Attorney General statements "petty" and "catty": Media Freedom Watchdog
The regional media watchdog the Pacific Freedom Forum (P.F.F.) has said the Attorney General’s statements about the Samoa Observer are petty, catty and not befitting of her office.
P.F.F. Coordinator and freelance journalist Leanne Jorari said Attorney General Savalenoa Mareva Betham-Annandale’s outburst against this newspaper's reports and reporting are concerning signs for media freedom in Samoa.
Over the weekend, Savalenoa said she intends to have the Samoa Observer and her own office investigated after consulting with the Police and Public Service Commission, and accused this newspaper of "hacking" email systems to illegally obtain information.
Her statements came after a series of articles were printed detailing two Government legal cases taken on by her former firm, now solely run by her husband, which raised questions about potential perceptions of a conflict of interest and how the A.G.’s office was managing those.
In two letters to the Samoa Observer distributed widely by the Government Press Secretariat, Savalenoa accuses this newspaper of hacking, sensationalism, and reporting inaccurately.
“While the reporting may be questionable, at least you are consistent with the inaccurate and sensationalized reporting,” she wrote in one of the two letters.
“The lack of attention to detail demonstrates the calibre of Samoa Observer’s source, and their intentions; and Samoa Observer’s inability to vet not only their sources but their motives.”
Ms. Jorari said she has never experienced, or heard of anyone experiencing anything like this in her career.
“I haven’t seen such blatant disrespect for a journalist like that, […] she is in a public office that is open to scrutiny, and if you can’t accept scrutiny what really does that make you?”
She said she has not seen public officials withhold information in this way either, suggesting the entire issue could have been resolved in a five-minute interview.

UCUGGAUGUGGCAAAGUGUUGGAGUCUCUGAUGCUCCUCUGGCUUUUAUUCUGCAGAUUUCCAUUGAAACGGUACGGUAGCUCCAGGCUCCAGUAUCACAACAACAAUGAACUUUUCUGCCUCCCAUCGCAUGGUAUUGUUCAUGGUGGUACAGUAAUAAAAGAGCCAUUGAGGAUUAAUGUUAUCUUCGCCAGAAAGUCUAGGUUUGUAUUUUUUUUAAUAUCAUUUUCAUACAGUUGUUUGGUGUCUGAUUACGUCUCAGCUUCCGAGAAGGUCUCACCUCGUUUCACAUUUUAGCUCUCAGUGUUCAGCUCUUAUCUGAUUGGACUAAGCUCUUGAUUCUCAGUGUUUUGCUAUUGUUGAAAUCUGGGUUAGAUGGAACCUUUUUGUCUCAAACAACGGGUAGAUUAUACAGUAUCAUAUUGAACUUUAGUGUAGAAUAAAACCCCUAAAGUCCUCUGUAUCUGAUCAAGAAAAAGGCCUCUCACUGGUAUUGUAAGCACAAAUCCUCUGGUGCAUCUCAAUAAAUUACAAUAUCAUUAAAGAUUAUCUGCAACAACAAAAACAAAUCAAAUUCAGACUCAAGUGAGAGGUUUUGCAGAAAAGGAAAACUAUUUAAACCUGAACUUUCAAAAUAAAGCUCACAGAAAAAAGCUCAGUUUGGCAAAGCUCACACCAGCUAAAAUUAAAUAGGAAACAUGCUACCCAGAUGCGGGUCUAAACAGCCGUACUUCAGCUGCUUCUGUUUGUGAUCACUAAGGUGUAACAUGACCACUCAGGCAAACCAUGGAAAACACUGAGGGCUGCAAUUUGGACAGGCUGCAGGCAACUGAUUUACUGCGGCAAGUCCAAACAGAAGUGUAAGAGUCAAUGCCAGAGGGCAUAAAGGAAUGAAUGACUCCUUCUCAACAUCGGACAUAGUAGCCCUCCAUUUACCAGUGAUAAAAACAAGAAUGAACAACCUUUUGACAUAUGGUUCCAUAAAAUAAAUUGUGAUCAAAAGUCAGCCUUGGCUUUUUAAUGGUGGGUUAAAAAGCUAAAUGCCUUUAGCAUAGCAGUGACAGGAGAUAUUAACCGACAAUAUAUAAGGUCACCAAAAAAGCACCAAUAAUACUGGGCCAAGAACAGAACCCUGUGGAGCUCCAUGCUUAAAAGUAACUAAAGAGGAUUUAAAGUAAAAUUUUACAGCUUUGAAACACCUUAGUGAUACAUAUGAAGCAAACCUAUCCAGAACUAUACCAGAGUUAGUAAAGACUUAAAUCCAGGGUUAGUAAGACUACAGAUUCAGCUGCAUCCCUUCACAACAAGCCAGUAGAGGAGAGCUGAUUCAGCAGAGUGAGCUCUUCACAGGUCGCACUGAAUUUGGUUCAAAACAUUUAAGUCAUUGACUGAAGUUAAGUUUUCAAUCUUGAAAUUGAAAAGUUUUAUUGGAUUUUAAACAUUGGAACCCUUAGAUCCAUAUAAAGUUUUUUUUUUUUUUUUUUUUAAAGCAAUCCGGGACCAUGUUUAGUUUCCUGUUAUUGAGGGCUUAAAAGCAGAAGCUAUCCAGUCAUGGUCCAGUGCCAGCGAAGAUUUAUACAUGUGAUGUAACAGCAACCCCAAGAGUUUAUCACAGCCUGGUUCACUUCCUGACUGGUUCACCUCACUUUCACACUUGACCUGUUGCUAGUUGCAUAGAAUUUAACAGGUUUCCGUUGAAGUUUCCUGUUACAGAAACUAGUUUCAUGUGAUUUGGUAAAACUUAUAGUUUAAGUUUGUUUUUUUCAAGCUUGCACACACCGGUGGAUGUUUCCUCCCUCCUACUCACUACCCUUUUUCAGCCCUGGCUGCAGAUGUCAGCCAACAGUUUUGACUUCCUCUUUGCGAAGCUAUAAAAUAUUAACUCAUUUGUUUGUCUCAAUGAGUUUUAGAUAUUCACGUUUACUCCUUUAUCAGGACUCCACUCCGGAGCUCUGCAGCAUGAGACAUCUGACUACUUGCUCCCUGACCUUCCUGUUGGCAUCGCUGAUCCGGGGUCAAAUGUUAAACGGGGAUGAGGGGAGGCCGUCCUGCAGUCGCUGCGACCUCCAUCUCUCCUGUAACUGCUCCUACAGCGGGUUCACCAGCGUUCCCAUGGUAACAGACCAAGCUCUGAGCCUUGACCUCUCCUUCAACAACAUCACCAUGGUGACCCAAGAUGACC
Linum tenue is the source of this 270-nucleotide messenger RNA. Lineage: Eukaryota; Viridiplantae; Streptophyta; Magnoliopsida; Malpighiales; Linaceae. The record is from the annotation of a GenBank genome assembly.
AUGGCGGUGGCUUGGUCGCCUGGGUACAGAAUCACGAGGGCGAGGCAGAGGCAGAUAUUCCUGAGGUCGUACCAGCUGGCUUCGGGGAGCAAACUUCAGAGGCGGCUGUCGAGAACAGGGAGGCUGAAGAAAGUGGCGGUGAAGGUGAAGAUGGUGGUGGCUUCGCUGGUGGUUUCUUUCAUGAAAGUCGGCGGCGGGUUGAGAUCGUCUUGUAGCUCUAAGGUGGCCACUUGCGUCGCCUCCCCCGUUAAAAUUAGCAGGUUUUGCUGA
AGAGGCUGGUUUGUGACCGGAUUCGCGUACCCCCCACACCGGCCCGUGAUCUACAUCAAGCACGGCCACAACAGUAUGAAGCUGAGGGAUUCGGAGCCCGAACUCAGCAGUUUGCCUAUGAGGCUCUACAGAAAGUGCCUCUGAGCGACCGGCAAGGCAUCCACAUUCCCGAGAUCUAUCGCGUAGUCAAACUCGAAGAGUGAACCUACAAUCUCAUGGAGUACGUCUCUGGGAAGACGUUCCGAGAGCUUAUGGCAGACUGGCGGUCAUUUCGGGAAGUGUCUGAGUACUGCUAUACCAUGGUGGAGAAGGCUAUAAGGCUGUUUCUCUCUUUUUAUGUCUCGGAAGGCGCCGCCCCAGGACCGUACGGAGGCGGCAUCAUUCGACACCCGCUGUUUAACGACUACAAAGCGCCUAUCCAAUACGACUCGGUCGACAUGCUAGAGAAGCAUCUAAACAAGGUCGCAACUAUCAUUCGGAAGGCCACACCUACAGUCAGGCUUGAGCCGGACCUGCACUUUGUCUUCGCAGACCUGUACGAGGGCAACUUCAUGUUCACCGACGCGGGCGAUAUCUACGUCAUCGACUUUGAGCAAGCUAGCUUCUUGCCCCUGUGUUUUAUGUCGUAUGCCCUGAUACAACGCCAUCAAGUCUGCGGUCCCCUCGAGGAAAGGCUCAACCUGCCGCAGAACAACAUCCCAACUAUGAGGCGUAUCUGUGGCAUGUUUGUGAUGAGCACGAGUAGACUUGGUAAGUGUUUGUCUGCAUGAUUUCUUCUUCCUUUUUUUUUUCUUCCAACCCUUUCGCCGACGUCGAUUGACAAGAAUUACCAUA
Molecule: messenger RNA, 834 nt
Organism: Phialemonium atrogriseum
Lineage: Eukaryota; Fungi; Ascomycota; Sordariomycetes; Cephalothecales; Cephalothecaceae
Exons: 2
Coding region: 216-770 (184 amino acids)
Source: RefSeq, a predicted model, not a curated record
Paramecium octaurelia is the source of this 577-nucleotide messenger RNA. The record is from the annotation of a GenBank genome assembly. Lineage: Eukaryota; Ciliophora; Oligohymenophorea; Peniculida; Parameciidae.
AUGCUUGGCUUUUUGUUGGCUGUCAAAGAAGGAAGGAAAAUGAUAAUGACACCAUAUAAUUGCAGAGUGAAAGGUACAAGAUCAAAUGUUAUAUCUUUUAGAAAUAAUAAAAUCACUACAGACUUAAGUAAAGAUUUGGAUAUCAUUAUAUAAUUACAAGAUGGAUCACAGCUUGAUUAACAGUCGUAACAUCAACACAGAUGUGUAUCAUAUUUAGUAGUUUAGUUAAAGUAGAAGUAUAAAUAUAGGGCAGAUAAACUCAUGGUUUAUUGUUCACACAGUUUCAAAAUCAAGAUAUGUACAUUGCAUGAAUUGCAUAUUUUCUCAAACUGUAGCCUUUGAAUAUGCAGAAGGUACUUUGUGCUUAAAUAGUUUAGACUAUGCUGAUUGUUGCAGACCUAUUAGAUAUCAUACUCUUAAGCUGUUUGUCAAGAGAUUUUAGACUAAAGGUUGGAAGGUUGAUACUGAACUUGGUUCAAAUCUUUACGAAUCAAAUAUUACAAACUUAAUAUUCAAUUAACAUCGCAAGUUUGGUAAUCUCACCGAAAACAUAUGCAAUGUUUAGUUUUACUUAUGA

Instead, Savalenoa waited weeks after being initially approached for a comment to release her statement addressing some of the questions, and took care to attack the newspaper.
“If Samoa Observer had properly read the retainer agreement- that it unlawfully obtained from our Office- rather than cutting and pasting it in the paper, they would have discovered that there are 3 parties to the retainer agreement,” Savalenoa and Assistant Attorney General Galumalemana Loretta Teueli said, referring to one of the articles.
“Such ill-informed assessment is very calculated and lean towards character assignation of the Attorney General.”
Journalists should not be attacked in this way, Ms. Jorari continued.
“There shouldn’t be any undermining of the character of the journalists or the reputation of the newspaper. That was completely uncalled for and it’s quite, for lack of a better word, petty.
“The way I personally see it, and not speaking for my co-chairs, is that I feel like they would hope this puts a muzzle on the journalists.”
She said she believes the Attorney General is looking to instil fear in journalists and use her position in Government to “muzzle” this newspaper.
“I feel like they want to engage that fear from the journalists to not overstep the line. So it is concerning because it feels like she will use her position of power and her friends in high places to put that muzzle on journalists in the Samoa Observer.”
But the issues highlight the lack of legal protection for journalists and whistle-blowers, Ms. Jorari said. In her own country Papua New Guinea, the Whistle Blowers Bill was passed in February last year and is meant to protect public servants who see corruption in public office.
“We all know that the freedom of the press is really important in a democracy,” she said. “Without that law protecting journalists or their right to report freely, situations like this [happen].
“I feel the police investigation, if [Savalenoa] wants to go ahead with that, I feel it is within her rights; however it’s a really sticky situation.
“The Samoa Observer does have the mandate and the right to report about things that they see.”
The Government has previously shown it is more likely to make it harder rather than easier for public servants to expose corruption by releasing information to journalists.
In 2019, it proposed to amend the Crimes Act to include public servants leaking information to a third party, and sought to make them liable, with punishment of seven years in prison.
At the time, Journalists Association of Samoa President Rudy Bartley said instead of criminalising public servants, the Government should make information more accessible.
“With the F.O.I. (freedom of information) government agencies will be bound by law to release such information for the greater good and national interest,” he said.
Nearly a year ago, the Ministry of Communications and Information Technology and the United Nations announced they were working on such a law.
“Access to Information is a key enabler of development,” U.N.E.S.C.O. Pacific Director Nisha said. “We live in a fast changing world where lack of information or knowledge may contribute to marginalisation.”
The Pacific Freedom Forum monitors threats to press freedom and journalists in the region, and seeks to support reporters where their rights are threatened.